Instagram is expanding its livestreaming function, which will now allow up to four people to go live on a split screen. Now, your smallish Zooms or camera-ready Clubhouse discussions can happen in Instagram Live Rooms.
“The number one request we heard was: ‘How can I bring in more than one person?’” Vishal Shah, head of product for Instagram, told BuzzFeed News.
During the pandemic, going live on Instagram with another user, a feature that launched in 2017, has become increasingly popular. The live music series Verzuz started at the beginning of the pandemic, filling the void for live music with performers like Jill Scott and Erykah Badu using the "Live with" feature.
The pandemic has also created a demand for virtual hangouts, and Instagram Live has become a useful tool for celebrity interviews and collaborations between creators. When two people go on Live together, both of their followers get notified, expanding their reach.
Instagram has already rolled out the four-person rooms in India and Indonesia, where Shah said uses have included tutorials from makeup artists, discussions on plant care, and content from other types of creators. The feature will be rolling out worldwide starting today, although some people may not see it right away. Monetization features that already exist in Live, like paid badges or fundraisers to outside charities will be possible in the four-way chats.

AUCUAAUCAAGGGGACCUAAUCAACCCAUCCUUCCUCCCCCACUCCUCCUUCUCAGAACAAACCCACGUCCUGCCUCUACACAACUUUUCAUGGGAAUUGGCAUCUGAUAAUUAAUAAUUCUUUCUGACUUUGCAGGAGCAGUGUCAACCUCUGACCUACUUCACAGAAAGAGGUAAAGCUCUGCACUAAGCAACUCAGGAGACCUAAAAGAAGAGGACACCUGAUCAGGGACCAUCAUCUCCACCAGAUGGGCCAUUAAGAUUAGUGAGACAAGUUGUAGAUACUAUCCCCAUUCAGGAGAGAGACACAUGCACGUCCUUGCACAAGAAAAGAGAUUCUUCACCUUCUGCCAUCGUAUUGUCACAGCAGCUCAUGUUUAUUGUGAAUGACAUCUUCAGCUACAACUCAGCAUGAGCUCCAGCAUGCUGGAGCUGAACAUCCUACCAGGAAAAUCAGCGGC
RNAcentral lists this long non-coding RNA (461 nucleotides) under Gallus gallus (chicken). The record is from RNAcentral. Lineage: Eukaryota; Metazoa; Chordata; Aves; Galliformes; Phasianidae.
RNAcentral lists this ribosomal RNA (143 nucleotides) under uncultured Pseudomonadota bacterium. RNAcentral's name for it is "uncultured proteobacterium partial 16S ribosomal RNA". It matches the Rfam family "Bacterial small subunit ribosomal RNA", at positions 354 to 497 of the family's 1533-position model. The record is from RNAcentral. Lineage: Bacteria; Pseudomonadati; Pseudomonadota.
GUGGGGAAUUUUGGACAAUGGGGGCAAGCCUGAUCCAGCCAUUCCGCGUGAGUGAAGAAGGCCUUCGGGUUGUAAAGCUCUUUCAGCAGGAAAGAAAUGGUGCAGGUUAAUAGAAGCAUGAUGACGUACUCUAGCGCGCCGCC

For moderation and privacy, anyone blocked by any of the four people on Live will not be able to watch the stream.
Instagram has been more conservative about big new features compared to Facebook, which owns the platform, and has stayed simpler to use. Its latest big new feature was Reels, a TikTok clone, which a recent redesign put into the center button of the app to encourage more engagement.
Expanding Live to more people makes the feature more similar to a panel discussion or group talk show, a format that’s proven wildly popular on Clubhouse, the audio chatroom app. Twitter and Facebook are both looking into creating their own versions of an audio chatroom, with Twitter launching Spaces, and Facebook reportedly building its own version. Of course, live video is very different from audio-only — part of Clubhouse’s appeal is that you don’t have to be camera-ready to jump into the discussion, and you can listen in the background like a podcast. On the other hand, it can be hard to tell when to speak without the visual cues in other people’s faces, making a lot of Clubhouse chats a constant stream of “oh, sorry, go ahead…”
After the last year, we’ve all gotten much more comfortable on group video chats, so the Live Rooms seems a natural extension. Thankfully, Shah said a key feature will be coming soon: the mute button.